The real genius
Scorpion’s crime-fighting geniuses can make tech do anything on the show – but they still don’t have a patch on Hollywood’s special effects gurus.
Behind the scenes on action series Scorpion (2014- current, seasons 1-3 can be streamed or downloaded from internet streaming service Showmax), Walter O’Brien (Elyes Gabel) and his team don’t have an unlimited budget. They have to fake it to make it with all that fancy tech, fast-moving, globe-trotting action that we see on screen. See that jawdropping scene in season 1 episode 1 in which Paige (Katharine McPhee) must stand up in Walter’s Ferrari to plug a computer cable into a low-flying jet while both are travelling at high speed? Katharine reveals, “Yup! I got to grab a rope from basically the bottom of a plane – the fake bottom of a plane on a greenscreen that wasn’t moving. The car never moved.” Don’t trust your eyes, fans – you have no idea how deep this rabbit hole goes…
THE HOLE STORY
Speaking of holes, series creator Nick Santora reveals, “By far, my favourite episode was [season 1] episode 12 with the little boy down in the sinkhole [in a sea cave, with the tide rising]. When that little boy was down in that hole, that’s all on the sound stage. That is fabricated, that is styrofoam, that is paint, that is water that’s coming in and out of a hole. That looked real. And that is [thanks to] Carey Meyer, our production designer.” Whether a scene is set in space, Area 51, a nuclear missile silo in Iceland or snowy Antarctica, Scorpion has shot on zero locations outside of California, with interiors mostly shot on sound stages. And from a hole in the ground to a rocket in space, Scorpion fakes it all.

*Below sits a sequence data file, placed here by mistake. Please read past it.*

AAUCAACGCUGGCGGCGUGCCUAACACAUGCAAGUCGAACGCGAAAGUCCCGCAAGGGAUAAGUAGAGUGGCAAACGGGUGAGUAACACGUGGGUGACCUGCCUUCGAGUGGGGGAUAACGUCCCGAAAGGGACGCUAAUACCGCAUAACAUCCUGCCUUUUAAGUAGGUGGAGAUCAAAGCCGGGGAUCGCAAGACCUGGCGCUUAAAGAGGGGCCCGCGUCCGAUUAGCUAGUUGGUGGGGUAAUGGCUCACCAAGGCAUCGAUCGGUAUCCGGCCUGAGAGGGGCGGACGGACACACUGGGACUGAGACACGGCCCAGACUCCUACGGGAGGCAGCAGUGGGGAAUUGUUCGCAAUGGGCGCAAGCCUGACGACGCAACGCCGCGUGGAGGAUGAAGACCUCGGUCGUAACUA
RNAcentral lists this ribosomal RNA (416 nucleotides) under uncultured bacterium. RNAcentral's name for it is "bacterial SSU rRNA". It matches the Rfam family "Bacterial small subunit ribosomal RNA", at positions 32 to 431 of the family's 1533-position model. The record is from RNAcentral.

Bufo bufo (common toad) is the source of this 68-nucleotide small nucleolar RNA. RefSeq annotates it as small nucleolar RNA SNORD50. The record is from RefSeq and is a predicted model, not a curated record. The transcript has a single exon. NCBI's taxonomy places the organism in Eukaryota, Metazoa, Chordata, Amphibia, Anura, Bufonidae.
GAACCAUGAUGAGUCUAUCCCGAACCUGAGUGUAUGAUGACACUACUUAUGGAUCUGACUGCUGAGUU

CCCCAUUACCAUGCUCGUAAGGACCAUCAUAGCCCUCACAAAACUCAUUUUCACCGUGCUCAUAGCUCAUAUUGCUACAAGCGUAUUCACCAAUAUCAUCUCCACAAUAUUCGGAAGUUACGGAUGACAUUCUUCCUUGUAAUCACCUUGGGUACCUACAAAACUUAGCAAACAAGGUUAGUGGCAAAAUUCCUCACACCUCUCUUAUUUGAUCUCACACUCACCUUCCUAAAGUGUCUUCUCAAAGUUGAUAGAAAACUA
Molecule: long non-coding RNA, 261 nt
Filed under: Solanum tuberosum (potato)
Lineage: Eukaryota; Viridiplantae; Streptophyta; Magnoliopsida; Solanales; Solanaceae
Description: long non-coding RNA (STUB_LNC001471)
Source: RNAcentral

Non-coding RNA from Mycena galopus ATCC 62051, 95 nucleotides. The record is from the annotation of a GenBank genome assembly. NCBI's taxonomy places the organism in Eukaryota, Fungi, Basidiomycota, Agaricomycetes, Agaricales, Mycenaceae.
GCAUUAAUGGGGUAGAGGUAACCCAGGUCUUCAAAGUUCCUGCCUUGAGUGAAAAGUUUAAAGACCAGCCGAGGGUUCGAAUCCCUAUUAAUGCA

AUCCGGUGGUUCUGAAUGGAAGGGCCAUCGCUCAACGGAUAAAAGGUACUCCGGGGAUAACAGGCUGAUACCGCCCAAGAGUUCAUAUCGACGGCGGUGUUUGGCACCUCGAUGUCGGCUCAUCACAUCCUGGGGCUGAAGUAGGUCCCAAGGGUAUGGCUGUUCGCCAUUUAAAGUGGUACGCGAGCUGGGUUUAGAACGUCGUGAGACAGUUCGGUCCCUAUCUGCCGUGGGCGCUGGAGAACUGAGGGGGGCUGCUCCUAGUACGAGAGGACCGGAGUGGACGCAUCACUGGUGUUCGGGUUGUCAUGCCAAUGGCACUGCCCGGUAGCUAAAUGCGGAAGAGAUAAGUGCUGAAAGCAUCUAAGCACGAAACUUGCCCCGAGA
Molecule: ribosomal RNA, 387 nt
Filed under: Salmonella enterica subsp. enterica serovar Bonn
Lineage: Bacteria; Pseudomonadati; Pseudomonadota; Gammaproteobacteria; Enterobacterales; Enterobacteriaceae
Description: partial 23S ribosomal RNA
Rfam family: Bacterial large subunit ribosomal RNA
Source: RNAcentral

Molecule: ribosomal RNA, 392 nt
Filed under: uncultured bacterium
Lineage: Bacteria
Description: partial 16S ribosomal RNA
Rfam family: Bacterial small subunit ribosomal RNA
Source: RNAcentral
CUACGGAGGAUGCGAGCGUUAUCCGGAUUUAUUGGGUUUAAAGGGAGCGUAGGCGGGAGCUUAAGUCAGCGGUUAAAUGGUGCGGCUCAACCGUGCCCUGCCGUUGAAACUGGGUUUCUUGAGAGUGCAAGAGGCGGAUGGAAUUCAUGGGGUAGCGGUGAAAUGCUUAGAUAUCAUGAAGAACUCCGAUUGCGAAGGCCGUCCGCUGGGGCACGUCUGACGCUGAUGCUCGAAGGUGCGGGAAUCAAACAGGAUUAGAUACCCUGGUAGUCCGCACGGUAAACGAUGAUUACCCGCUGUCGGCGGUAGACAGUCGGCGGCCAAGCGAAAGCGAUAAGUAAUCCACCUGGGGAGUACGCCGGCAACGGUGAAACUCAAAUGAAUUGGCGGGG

ZERO ZERO GRAVITY
In season 3 episode 3, there’s a scene in which Walter is going into zero gravity aboard a rocket that was built on his own research. Elyes reveals, “While I was inside the spacecraft [a physical prop], when we had the zero gravity aspect of it, I was in a harness. When I was allowed to move a bit more in relation to the background, I was on a harness, but a harness with cables attached, so that you had different truss points. When I first start rising out of the seatbelt, I sort of rise, and then I jump down, so I kind of encourage my body weight and velocity to jump down. So I was on cables on the harness. But when I was free-falling from the sky, coming from zero gravity into gravity. That’s when I was completely harnessed and they were moving me. So I had no mobility.” He adds that the effects team later erased the cables in the shot using a layering process called rotoscoping.
WATER ON TAP
One of the most nail-biting sequences, in season 2 episode 12, features a failing dam. The dam wall is real, but the turbine shot is actually a mix of CGI and a soundstage set. “We had one sequence where we’re clearing out a turbine that has been causing this flooding and cracking of this dam,” says show co- creator Nicholas Wootton. “It’s an interior shot with a lot of water where Happy (Jadyn Wong) gets sucked into it and into an outflow pipe and is going toward the turbine. But there’s a major drought in the western United States and we just couldn’t use that water.” So the production team used a mix of CGI water and recycled rain water for the rain shots.
WHAT IS SHOWMAX?
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The dam wall was real but all the water and other sets in this episode were faked in a studio.
The plane was added digitally.
The interior of the space ship was a real set.